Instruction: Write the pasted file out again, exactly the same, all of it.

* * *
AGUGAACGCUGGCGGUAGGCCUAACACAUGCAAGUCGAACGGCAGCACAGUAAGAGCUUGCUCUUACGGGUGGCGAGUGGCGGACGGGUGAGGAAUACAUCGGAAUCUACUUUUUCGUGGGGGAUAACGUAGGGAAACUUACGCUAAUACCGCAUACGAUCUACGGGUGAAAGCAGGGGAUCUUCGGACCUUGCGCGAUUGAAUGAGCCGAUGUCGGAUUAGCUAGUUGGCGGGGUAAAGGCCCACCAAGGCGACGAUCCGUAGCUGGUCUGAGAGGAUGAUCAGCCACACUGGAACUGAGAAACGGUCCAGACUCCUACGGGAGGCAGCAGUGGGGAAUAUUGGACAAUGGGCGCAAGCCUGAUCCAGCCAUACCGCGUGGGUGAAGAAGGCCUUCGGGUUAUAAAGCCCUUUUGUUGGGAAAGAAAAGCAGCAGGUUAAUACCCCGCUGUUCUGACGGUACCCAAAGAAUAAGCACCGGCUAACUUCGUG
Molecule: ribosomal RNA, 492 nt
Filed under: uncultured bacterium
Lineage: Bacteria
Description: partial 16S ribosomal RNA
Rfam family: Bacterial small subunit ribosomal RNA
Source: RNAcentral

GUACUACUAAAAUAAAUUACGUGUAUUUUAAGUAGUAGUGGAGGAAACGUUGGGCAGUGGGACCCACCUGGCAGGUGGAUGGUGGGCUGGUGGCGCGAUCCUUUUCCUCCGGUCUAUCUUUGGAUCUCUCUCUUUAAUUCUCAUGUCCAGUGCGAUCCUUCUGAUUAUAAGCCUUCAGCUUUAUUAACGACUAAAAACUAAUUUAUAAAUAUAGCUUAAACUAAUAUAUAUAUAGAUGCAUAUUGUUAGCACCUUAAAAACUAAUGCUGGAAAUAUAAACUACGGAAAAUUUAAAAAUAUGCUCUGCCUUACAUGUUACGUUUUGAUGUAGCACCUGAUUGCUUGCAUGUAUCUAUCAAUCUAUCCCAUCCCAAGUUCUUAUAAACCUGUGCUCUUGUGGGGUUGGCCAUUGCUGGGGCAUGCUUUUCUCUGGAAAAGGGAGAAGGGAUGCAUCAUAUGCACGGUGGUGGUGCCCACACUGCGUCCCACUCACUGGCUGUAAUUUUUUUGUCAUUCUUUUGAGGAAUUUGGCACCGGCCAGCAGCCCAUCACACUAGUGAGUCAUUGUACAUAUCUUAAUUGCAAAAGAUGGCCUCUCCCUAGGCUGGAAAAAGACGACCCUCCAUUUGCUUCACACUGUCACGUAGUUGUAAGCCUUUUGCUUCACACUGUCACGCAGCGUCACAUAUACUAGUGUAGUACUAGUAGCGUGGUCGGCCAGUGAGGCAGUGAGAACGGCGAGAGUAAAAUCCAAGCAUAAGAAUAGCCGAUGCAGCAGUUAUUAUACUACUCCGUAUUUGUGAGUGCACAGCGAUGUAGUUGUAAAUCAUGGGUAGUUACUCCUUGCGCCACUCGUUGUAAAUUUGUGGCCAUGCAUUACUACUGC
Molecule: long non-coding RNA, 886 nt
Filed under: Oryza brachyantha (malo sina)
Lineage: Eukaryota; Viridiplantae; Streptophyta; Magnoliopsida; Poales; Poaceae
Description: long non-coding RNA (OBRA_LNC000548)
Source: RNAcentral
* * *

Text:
AGUGAACGCUGGCGGUAGGCCUAACACAUGCAAGUCGAACGGCAGCACAGUAAGAGCUUGCUCUUACGGGUGGCGAGUGGCGGACGGGUGAGGAAUACAUCGGAAUCUACUUUUUCGUGGGGGAUAACGUAGGGAAACUUACGCUAAUACCGCAUACGAUCUACGGGUGAAAGCAGGGGAUCUUCGGACCUUGCGCGAUUGAAUGAGCCGAUGUCGGAUUAGCUAGUUGGCGGGGUAAAGGCCCACCAAGGCGACGAUCCGUAGCUGGUCUGAGAGGAUGAUCAGCCACACUGGAACUGAGAAACGGUCCAGACUCCUACGGGAGGCAGCAGUGGGGAAUAUUGGACAAUGGGCGCAAGCCUGAUCCAGCCAUACCGCGUGGGUGAAGAAGGCCUUCGGGUUAUAAAGCCCUUUUGUUGGGAAAGAAAAGCAGCAGGUUAAUACCCCGCUGUUCUGACGGUACCCAAAGAAUAAGCACCGGCUAACUUCGUG
Molecule: ribosomal RNA, 492 nt
Filed under: uncultured bacterium
Lineage: Bacteria
Description: partial 16S ribosomal RNA
Rfam family: Bacterial small subunit ribosomal RNA
Source: RNAcentral

GUACUACUAAAAUAAAUUACGUGUAUUUUAAGUAGUAGUGGAGGAAACGUUGGGCAGUGGGACCCACCUGGCAGGUGGAUGGUGGGCUGGUGGCGCGAUCCUUUUCCUCCGGUCUAUCUUUGGAUCUCUCUCUUUAAUUCUCAUGUCCAGUGCGAUCCUUCUGAUUAUAAGCCUUCAGCUUUAUUAACGACUAAAAACUAAUUUAUAAAUAUAGCUUAAACUAAUAUAUAUAUAGAUGCAUAUUGUUAGCACCUUAAAAACUAAUGCUGGAAAUAUAAACUACGGAAAAUUUAAAAAUAUGCUCUGCCUUACAUGUUACGUUUUGAUGUAGCACCUGAUUGCUUGCAUGUAUCUAUCAAUCUAUCCCAUCCCAAGUUCUUAUAAACCUGUGCUCUUGUGGGGUUGGCCAUUGCUGGGGCAUGCUUUUCUCUGGAAAAGGGAGAAGGGAUGCAUCAUAUGCACGGUGGUGGUGCCCACACUGCGUCCCACUCACUGGCUGUAAUUUUUUUGUCAUUCUUUUGAGGAAUUUGGCACCGGCCAGCAGCCCAUCACACUAGUGAGUCAUUGUACAUAUCUUAAUUGCAAAAGAUGGCCUCUCCCUAGGCUGGAAAAAGACGACCCUCCAUUUGCUUCACACUGUCACGUAGUUGUAAGCCUUUUGCUUCACACUGUCACGCAGCGUCACAUAUACUAGUGUAGUACUAGUAGCGUGGUCGGCCAGUGAGGCAGUGAGAACGGCGAGAGUAAAAUCCAAGCAUAAGAAUAGCCGAUGCAGCAGUUAUUAUACUACUCCGUAUUUGUGAGUGCACAGCGAUGUAGUUGUAAAUCAUGGGUAGUUACUCCUUGCGCCACUCGUUGUAAAUUUGUGGCCAUGCAUUACUACUGC
Molecule: long non-coding RNA, 886 nt
Filed under: Oryza brachyantha (malo sina)
Lineage: Eukaryota; Viridiplantae; Streptophyta; Magnoliopsida; Poales; Poaceae
Description: long non-coding RNA (OBRA_LNC000548)
Source: RNAcentral